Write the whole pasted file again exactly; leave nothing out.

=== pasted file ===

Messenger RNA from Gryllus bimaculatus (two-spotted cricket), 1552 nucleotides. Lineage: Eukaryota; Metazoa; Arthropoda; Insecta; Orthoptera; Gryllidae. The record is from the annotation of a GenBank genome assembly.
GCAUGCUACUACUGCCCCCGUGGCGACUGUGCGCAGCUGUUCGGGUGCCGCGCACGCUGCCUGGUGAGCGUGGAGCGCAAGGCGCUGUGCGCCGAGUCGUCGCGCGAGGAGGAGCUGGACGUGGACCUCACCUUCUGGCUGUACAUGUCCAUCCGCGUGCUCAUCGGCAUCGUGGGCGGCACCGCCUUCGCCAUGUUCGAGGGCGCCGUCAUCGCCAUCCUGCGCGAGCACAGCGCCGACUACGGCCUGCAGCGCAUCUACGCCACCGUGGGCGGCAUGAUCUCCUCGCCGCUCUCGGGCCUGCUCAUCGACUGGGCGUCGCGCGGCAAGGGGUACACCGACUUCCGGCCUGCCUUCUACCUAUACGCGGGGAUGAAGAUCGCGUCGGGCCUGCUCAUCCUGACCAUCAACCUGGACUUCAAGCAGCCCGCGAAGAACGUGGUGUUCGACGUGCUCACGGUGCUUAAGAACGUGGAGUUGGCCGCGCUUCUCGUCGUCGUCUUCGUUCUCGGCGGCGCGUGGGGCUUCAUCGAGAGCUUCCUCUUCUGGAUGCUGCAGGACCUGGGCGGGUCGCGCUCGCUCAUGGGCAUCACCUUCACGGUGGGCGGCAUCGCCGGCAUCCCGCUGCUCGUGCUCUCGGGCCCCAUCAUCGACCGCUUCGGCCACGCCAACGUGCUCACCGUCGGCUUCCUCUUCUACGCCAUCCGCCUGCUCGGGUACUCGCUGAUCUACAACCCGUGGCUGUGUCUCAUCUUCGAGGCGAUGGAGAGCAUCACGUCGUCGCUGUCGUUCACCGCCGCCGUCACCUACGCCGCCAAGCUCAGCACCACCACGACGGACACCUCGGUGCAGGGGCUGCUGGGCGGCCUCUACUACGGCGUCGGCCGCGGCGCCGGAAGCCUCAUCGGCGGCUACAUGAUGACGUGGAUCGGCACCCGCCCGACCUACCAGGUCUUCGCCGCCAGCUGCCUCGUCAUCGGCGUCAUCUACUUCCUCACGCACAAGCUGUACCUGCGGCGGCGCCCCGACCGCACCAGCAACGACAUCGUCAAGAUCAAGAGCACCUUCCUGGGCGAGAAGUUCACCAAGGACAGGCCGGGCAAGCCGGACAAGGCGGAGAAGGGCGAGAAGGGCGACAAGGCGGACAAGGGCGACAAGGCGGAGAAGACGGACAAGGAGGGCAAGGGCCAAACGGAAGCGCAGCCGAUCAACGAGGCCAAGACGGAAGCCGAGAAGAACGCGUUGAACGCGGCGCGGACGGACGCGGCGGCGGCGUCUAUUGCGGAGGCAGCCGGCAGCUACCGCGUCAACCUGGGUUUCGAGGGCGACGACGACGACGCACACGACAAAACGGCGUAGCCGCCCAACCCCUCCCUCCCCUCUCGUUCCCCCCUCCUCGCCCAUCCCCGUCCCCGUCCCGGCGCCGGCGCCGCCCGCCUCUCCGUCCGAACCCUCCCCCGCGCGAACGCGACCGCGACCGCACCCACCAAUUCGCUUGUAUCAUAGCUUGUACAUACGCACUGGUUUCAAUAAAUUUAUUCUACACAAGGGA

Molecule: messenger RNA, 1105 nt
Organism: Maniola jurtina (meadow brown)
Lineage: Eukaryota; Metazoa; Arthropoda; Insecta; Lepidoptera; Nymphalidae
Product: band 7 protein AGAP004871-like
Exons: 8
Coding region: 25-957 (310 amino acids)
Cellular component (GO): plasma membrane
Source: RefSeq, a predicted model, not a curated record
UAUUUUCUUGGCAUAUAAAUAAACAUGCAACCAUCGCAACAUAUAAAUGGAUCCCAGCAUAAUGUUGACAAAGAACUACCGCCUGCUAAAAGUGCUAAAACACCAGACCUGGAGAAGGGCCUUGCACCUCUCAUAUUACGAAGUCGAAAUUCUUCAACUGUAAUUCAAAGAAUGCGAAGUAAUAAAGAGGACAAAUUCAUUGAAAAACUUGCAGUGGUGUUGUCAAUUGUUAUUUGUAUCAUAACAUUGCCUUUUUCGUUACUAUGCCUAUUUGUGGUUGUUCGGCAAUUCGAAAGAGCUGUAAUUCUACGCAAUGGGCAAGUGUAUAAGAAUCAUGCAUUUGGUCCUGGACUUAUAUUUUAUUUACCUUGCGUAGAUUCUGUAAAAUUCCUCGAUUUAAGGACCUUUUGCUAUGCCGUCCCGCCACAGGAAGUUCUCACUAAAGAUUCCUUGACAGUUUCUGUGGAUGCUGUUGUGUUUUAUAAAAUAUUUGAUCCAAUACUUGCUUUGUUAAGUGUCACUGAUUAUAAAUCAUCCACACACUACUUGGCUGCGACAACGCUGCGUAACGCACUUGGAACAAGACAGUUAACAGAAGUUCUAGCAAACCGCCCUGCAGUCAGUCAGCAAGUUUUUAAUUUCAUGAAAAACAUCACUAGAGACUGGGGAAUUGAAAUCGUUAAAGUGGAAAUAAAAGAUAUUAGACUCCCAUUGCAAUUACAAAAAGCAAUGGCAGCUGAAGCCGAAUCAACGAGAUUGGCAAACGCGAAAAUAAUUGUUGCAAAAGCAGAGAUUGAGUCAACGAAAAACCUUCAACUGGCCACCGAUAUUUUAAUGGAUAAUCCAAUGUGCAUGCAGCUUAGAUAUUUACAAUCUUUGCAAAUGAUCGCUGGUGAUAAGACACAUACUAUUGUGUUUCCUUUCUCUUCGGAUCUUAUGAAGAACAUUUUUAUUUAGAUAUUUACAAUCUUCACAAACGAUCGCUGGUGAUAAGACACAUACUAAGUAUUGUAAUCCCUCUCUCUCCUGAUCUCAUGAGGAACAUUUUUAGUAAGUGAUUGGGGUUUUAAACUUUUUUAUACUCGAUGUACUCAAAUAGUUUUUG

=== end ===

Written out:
Messenger RNA from Gryllus bimaculatus (two-spotted cricket), 1552 nucleotides. Lineage: Eukaryota; Metazoa; Arthropoda; Insecta; Orthoptera; Gryllidae. The record is from the annotation of a GenBank genome assembly.
GCAUGCUACUACUGCCCCCGUGGCGACUGUGCGCAGCUGUUCGGGUGCCGCGCACGCUGCCUGGUGAGCGUGGAGCGCAAGGCGCUGUGCGCCGAGUCGUCGCGCGAGGAGGAGCUGGACGUGGACCUCACCUUCUGGCUGUACAUGUCCAUCCGCGUGCUCAUCGGCAUCGUGGGCGGCACCGCCUUCGCCAUGUUCGAGGGCGCCGUCAUCGCCAUCCUGCGCGAGCACAGCGCCGACUACGGCCUGCAGCGCAUCUACGCCACCGUGGGCGGCAUGAUCUCCUCGCCGCUCUCGGGCCUGCUCAUCGACUGGGCGUCGCGCGGCAAGGGGUACACCGACUUCCGGCCUGCCUUCUACCUAUACGCGGGGAUGAAGAUCGCGUCGGGCCUGCUCAUCCUGACCAUCAACCUGGACUUCAAGCAGCCCGCGAAGAACGUGGUGUUCGACGUGCUCACGGUGCUUAAGAACGUGGAGUUGGCCGCGCUUCUCGUCGUCGUCUUCGUUCUCGGCGGCGCGUGGGGCUUCAUCGAGAGCUUCCUCUUCUGGAUGCUGCAGGACCUGGGCGGGUCGCGCUCGCUCAUGGGCAUCACCUUCACGGUGGGCGGCAUCGCCGGCAUCCCGCUGCUCGUGCUCUCGGGCCCCAUCAUCGACCGCUUCGGCCACGCCAACGUGCUCACCGUCGGCUUCCUCUUCUACGCCAUCCGCCUGCUCGGGUACUCGCUGAUCUACAACCCGUGGCUGUGUCUCAUCUUCGAGGCGAUGGAGAGCAUCACGUCGUCGCUGUCGUUCACCGCCGCCGUCACCUACGCCGCCAAGCUCAGCACCACCACGACGGACACCUCGGUGCAGGGGCUGCUGGGCGGCCUCUACUACGGCGUCGGCCGCGGCGCCGGAAGCCUCAUCGGCGGCUACAUGAUGACGUGGAUCGGCACCCGCCCGACCUACCAGGUCUUCGCCGCCAGCUGCCUCGUCAUCGGCGUCAUCUACUUCCUCACGCACAAGCUGUACCUGCGGCGGCGCCCCGACCGCACCAGCAACGACAUCGUCAAGAUCAAGAGCACCUUCCUGGGCGAGAAGUUCACCAAGGACAGGCCGGGCAAGCCGGACAAGGCGGAGAAGGGCGAGAAGGGCGACAAGGCGGACAAGGGCGACAAGGCGGAGAAGACGGACAAGGAGGGCAAGGGCCAAACGGAAGCGCAGCCGAUCAACGAGGCCAAGACGGAAGCCGAGAAGAACGCGUUGAACGCGGCGCGGACGGACGCGGCGGCGGCGUCUAUUGCGGAGGCAGCCGGCAGCUACCGCGUCAACCUGGGUUUCGAGGGCGACGACGACGACGCACACGACAAAACGGCGUAGCCGCCCAACCCCUCCCUCCCCUCUCGUUCCCCCCUCCUCGCCCAUCCCCGUCCCCGUCCCGGCGCCGGCGCCGCCCGCCUCUCCGUCCGAACCCUCCCCCGCGCGAACGCGACCGCGACCGCACCCACCAAUUCGCUUGUAUCAUAGCUUGUACAUACGCACUGGUUUCAAUAAAUUUAUUCUACACAAGGGA

Molecule: messenger RNA, 1105 nt
Organism: Maniola jurtina (meadow brown)
Lineage: Eukaryota; Metazoa; Arthropoda; Insecta; Lepidoptera; Nymphalidae
Product: band 7 protein AGAP004871-like
Exons: 8
Coding region: 25-957 (310 amino acids)
Cellular component (GO): plasma membrane
Source: RefSeq, a predicted model, not a curated record
UAUUUUCUUGGCAUAUAAAUAAACAUGCAACCAUCGCAACAUAUAAAUGGAUCCCAGCAUAAUGUUGACAAAGAACUACCGCCUGCUAAAAGUGCUAAAACACCAGACCUGGAGAAGGGCCUUGCACCUCUCAUAUUACGAAGUCGAAAUUCUUCAACUGUAAUUCAAAGAAUGCGAAGUAAUAAAGAGGACAAAUUCAUUGAAAAACUUGCAGUGGUGUUGUCAAUUGUUAUUUGUAUCAUAACAUUGCCUUUUUCGUUACUAUGCCUAUUUGUGGUUGUUCGGCAAUUCGAAAGAGCUGUAAUUCUACGCAAUGGGCAAGUGUAUAAGAAUCAUGCAUUUGGUCCUGGACUUAUAUUUUAUUUACCUUGCGUAGAUUCUGUAAAAUUCCUCGAUUUAAGGACCUUUUGCUAUGCCGUCCCGCCACAGGAAGUUCUCACUAAAGAUUCCUUGACAGUUUCUGUGGAUGCUGUUGUGUUUUAUAAAAUAUUUGAUCCAAUACUUGCUUUGUUAAGUGUCACUGAUUAUAAAUCAUCCACACACUACUUGGCUGCGACAACGCUGCGUAACGCACUUGGAACAAGACAGUUAACAGAAGUUCUAGCAAACCGCCCUGCAGUCAGUCAGCAAGUUUUUAAUUUCAUGAAAAACAUCACUAGAGACUGGGGAAUUGAAAUCGUUAAAGUGGAAAUAAAAGAUAUUAGACUCCCAUUGCAAUUACAAAAAGCAAUGGCAGCUGAAGCCGAAUCAACGAGAUUGGCAAACGCGAAAAUAAUUGUUGCAAAAGCAGAGAUUGAGUCAACGAAAAACCUUCAACUGGCCACCGAUAUUUUAAUGGAUAAUCCAAUGUGCAUGCAGCUUAGAUAUUUACAAUCUUUGCAAAUGAUCGCUGGUGAUAAGACACAUACUAUUGUGUUUCCUUUCUCUUCGGAUCUUAUGAAGAACAUUUUUAUUUAGAUAUUUACAAUCUUCACAAACGAUCGCUGGUGAUAAGACACAUACUAAGUAUUGUAAUCCCUCUCUCUCCUGAUCUCAUGAGGAACAUUUUUAGUAAGUGAUUGGGGUUUUAAACUUUUUUAUACUCGAUGUACUCAAAUAGUUUUUG